Moving in the Right Direction
by Dan Testa
Flathead Beacon, August 8, 2011
BPA proposes power dael that could restart Columbia Falls Aluminum Company
The announcement that Bonneville Power Administration has proposed a deal that could lead to the restarting of production at the Columbia Falls Aluminum Company was met throughout the Flathead Valley last week with cautious optimism. For many, the potential for the facility to reopen and employ hundreds serves as a sign that, despite any economic upheaval, Northwest Montana's traditional industries may be down, but they most certainly are not out.
Since the end of 2009, CFAC has been shuttered due primarily to the high cost of power needed to run the plant and the increasingly competitive nature of the global market. But last week representatives of the Bonneville Power Administration (BPA) announced a proposal to sell 140 average megawatts to CFAC at the industrial firm power rate. That rate is set at $36.32 per megawatt hour through the 2013 rate period.
The four-and-a-half year contract, beginning April 1, would provide enough power for the smelter to get two of its five pot lines up and running. The contract would also require CFAC to employ 231 full-time employees to run the facility. CFAC officials are considering purchasing power at market rate to get a third pot line in production, which could employ an additional 70 people.
"From BPA's perspective, we consider the positive effect of creating all those jobs in the Northwest," Bonneville spokesman Mike Hansen said. "That is one of the reasons we stipulate that in our proposed agreement."
Bonneville is a not-for-profit agency within the Department of Energy that manages the power provided by all federal hydroelectric systems in the Pacific Northwest. Therefore, according to Hansen, BPA's analysts had to conduct an "equivalent benefits test" to determine whether the positive results of providing the discounted power to CFAC are worth it, particularly when weighed against other power needs in the region.
"An initial run of this test showed that these benefits do equal or exceed the cost of providing this over a four-and-a-half year period," Hansen said.
He added that four-and-a-half years out was the farthest point analysts could determine the proposal would not adversely impact other customers of Bonneville. But that four-and-a-half year length in the proposal appears to be one of the key selling points for CFAC officials, providing them with a predictable rate of power for a relatively long period of time.
Haley Beaudry, a former external affairs manager for CFAC now working as a consultant on the proposal, confirmed as much in an interview last week. Beaudry and Hansen described the last two years as an ongoing, intermittent discussion between Bonneville and CFAC officials on ways to restart the facility. Beaudry also confirmed that there was no single "tipping point" in negotiations, but that the contract's length is attractive.
"I think there was no long touchdown pass; this was two yards and a cloud of dust," Beaudry said. "I know that the length of the contract - the four-and-a-half years - was important."
Restarting operations at CFAC entails much more than simply flipping a switch, with processes that can take up to six months before aluminum production begins, according to Beaudry, so a two-year contract, for example, didn't make sense. Global mining and commodities trading company Glencore International AG owns CFAC.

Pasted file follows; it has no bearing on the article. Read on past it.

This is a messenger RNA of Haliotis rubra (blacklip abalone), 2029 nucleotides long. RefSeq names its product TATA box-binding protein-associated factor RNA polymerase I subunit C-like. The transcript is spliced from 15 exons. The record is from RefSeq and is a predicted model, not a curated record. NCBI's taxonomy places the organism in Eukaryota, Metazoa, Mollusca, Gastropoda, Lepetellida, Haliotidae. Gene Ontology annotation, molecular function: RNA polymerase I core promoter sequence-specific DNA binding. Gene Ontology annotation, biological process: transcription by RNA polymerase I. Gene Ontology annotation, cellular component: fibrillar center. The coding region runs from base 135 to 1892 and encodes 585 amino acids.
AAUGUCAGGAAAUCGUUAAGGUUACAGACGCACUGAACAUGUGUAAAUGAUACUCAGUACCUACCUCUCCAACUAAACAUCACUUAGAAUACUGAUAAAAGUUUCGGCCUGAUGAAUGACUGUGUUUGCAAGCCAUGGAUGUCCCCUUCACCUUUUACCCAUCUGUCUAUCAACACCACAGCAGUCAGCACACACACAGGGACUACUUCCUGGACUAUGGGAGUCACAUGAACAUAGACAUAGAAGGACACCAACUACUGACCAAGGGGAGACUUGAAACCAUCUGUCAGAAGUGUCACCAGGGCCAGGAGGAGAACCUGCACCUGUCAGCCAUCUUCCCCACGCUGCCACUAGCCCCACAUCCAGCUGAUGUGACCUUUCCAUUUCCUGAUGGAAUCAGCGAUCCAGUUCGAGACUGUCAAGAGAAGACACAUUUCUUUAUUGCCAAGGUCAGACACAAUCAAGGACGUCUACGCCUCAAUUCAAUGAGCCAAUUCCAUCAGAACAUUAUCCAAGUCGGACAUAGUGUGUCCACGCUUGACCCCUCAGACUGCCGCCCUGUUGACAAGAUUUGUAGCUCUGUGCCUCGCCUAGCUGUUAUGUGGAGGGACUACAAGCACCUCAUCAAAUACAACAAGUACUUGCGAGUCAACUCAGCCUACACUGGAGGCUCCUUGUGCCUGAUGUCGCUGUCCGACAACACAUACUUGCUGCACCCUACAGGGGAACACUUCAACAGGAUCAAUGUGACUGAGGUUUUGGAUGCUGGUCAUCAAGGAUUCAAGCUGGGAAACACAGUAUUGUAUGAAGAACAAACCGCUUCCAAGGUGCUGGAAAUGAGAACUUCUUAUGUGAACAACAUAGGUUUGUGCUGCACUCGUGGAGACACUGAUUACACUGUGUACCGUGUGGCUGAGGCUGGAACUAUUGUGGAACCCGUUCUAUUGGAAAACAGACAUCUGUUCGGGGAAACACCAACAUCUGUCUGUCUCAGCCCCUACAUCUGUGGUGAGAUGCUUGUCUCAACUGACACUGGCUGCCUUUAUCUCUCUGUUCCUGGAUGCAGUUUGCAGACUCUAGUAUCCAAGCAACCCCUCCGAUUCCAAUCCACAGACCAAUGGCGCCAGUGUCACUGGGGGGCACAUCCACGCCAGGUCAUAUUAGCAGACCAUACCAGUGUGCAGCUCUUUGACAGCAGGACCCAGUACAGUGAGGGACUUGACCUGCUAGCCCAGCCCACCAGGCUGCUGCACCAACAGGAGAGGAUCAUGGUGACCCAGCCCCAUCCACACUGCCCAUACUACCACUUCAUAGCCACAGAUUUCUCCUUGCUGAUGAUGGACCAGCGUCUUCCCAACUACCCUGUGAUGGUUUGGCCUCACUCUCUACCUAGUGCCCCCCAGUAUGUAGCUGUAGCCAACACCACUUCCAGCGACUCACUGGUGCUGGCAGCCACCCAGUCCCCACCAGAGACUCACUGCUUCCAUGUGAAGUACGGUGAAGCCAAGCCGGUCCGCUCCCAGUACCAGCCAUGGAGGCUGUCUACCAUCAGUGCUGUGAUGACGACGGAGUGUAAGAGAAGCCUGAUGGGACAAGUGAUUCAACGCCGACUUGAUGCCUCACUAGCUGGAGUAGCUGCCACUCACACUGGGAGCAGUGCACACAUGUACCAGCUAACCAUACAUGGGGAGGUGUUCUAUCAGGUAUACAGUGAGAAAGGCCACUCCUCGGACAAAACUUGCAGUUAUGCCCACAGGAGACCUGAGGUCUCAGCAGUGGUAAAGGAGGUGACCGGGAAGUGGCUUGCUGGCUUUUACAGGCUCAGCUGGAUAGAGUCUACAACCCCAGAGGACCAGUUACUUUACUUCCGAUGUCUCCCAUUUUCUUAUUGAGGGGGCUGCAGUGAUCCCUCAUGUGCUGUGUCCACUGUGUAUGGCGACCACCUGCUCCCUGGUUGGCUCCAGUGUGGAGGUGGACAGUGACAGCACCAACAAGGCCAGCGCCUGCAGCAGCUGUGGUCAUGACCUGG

Beaudry cautioned that a deal is far from done. Bonneville still has to finalize the findings in its equivalent benefits test and conduct an environmental analysis. It is taking public comment through the end of August on the proposal. Then Glencore executives will determine whether it makes sense from a business standpoint. And even if everything works out, it's unlikely CFAC would restart operations during winter, so spring could be the earliest production resumes.
But he conceded this is the farthest toward reopening either parties have advanced at any point in the last two years.
"We haven't reached this step until now," Beaudry said. "It is much more encouraging than it has been."
News of the proposal was met with encouragement and pressure from Montana's senators to advance the deal.
"Montana jobs rely on this proposal which is why I've been pressing BPA and Glencore to finalize an agreement," Sen. Max Baucus, D-Mont., said in a statement. "I've also urged Glencore to consider rehiring workers laid off from CFAC as they work through any deal to reopen the company."
"Reopening the CFAC plant would bring back much-needed good-paying jobs," Sen. Jon Tester, D-Mont., said in a statement. "We've been down this road before only to be frustrated. It is time for CFAC and BPA to finalize this agreement and I will keep pressing all sides to get something done."
Beaudry urges Northwest Montana residents to weigh in on the proposal with Bonneville during its public comment period. People from all over the U.S. will likely comment, and Beaudry wants to make sure the opinions of Montanans are represented. The public can enter comments on BPA's website at www.bpa.gov/comments or mail them to BPA, P.O. Box 14428, Portland, OR 97293-4428.
"When this plant is running it has a very, very large positive effect on the economy in the state of Montana," Beaudry said. "We'd all like to see that resume."
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